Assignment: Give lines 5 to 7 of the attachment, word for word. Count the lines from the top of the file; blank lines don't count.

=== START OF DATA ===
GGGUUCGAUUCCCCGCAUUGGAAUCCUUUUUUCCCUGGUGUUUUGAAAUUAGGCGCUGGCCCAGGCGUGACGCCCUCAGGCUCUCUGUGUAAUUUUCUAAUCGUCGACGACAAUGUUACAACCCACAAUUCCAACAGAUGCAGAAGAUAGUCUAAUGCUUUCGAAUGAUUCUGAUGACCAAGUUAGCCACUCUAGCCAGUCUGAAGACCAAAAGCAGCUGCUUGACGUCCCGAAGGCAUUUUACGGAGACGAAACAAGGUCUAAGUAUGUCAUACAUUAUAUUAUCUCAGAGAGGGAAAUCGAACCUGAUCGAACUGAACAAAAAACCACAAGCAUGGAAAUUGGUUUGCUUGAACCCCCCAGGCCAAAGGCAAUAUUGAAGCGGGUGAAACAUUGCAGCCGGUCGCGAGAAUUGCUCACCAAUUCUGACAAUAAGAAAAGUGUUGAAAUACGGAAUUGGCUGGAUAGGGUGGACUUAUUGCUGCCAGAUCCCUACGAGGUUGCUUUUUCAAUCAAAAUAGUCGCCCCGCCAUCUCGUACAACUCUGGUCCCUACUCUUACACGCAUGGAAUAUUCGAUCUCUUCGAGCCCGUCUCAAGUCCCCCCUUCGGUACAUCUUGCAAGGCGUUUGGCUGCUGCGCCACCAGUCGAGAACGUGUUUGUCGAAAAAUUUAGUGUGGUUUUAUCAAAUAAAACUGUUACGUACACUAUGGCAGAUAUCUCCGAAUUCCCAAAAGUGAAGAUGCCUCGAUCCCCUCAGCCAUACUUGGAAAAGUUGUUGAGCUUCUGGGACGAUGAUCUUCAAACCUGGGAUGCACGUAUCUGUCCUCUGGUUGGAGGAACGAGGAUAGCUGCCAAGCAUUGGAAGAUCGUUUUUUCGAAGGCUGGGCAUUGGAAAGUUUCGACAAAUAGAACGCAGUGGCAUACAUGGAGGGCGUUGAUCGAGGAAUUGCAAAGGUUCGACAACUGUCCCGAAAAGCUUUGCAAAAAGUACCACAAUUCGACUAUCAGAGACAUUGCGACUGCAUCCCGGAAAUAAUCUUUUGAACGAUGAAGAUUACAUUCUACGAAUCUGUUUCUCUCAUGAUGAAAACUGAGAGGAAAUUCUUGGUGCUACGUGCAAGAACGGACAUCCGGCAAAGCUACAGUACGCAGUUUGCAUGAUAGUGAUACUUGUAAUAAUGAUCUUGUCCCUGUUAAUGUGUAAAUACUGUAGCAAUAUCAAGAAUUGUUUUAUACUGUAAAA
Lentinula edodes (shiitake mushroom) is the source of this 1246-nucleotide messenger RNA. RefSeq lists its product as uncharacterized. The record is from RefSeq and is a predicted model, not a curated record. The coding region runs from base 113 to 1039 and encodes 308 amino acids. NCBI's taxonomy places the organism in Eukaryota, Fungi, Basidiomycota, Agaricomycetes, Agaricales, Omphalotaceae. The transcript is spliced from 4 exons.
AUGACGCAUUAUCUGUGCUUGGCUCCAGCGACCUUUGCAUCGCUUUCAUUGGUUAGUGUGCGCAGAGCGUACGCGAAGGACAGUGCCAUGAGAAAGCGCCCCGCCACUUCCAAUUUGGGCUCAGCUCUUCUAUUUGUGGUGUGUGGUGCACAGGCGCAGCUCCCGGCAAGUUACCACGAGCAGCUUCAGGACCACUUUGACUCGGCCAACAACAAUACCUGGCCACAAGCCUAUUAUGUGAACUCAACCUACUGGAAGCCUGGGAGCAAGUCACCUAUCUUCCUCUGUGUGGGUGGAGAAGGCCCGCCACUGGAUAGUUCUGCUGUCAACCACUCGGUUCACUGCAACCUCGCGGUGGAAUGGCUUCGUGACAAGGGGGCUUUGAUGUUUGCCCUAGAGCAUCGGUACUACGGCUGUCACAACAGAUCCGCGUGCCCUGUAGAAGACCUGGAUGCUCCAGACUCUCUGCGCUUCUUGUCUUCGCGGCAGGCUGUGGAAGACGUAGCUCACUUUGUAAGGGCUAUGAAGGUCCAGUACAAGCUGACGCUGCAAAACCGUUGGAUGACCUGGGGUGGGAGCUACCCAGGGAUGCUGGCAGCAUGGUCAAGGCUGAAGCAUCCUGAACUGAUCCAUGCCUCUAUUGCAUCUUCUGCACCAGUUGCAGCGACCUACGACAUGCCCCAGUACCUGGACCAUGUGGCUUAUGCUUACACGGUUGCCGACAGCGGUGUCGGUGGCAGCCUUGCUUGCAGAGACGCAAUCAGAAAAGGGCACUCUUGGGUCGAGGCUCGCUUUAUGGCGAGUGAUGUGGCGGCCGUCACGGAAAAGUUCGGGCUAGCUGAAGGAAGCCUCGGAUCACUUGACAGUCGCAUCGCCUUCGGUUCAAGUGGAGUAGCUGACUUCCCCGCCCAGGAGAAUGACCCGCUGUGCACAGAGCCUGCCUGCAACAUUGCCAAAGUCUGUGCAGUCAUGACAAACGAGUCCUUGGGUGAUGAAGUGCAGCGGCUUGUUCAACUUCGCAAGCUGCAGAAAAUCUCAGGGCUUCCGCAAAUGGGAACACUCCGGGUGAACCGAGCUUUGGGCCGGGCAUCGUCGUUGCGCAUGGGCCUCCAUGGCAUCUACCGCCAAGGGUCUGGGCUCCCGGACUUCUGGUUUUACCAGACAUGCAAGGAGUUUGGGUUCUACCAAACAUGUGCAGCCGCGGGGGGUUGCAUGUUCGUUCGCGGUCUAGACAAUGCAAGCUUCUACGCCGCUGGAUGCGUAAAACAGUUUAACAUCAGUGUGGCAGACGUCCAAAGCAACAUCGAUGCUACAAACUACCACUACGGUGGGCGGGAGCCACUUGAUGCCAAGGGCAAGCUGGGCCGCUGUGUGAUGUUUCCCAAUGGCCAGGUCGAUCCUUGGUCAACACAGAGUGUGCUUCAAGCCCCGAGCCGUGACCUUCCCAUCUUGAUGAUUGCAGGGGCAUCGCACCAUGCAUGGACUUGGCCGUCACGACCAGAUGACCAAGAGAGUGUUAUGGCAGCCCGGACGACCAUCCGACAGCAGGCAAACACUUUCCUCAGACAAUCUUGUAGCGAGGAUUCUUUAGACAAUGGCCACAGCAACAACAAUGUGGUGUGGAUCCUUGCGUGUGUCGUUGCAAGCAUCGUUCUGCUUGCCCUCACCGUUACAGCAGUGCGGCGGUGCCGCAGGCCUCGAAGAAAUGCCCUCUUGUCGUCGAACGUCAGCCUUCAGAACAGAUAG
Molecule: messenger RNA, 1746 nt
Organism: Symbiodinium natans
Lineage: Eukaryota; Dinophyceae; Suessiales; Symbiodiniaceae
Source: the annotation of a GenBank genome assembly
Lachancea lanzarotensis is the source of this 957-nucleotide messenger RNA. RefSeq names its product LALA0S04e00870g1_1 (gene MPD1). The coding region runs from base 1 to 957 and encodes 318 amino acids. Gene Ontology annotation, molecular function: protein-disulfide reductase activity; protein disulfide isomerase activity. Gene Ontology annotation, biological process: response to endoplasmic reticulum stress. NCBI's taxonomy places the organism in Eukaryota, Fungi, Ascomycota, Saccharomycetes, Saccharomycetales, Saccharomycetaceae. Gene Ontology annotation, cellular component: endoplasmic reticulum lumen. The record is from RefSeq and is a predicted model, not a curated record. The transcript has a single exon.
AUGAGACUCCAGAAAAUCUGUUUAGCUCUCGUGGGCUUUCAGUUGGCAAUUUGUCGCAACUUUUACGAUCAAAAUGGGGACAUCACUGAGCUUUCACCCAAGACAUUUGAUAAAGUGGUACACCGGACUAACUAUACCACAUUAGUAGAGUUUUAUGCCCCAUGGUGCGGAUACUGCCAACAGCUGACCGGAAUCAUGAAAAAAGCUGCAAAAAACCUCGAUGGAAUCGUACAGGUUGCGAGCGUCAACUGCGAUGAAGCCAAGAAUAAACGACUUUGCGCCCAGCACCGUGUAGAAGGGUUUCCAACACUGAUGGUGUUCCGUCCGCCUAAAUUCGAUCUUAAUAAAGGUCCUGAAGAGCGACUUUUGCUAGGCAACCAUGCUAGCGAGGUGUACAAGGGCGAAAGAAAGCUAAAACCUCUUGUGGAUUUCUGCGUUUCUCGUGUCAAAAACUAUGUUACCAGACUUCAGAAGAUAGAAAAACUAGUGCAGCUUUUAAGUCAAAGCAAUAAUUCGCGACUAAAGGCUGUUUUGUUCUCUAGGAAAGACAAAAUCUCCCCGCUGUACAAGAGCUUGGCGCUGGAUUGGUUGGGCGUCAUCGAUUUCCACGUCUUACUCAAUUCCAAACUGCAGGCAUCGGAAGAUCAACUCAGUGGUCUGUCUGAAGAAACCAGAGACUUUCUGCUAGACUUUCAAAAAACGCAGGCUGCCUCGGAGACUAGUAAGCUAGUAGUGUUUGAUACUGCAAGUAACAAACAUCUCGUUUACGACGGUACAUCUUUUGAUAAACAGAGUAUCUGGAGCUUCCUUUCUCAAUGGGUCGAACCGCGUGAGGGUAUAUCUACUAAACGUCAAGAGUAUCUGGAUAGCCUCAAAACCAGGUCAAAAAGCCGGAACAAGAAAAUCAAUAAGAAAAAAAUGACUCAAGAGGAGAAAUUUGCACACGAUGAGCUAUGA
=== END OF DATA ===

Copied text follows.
Organism: Symbiodinium natans
Lineage: Eukaryota; Dinophyceae; Suessiales; Symbiodiniaceae
Source: the annotation of a GenBank genome assembly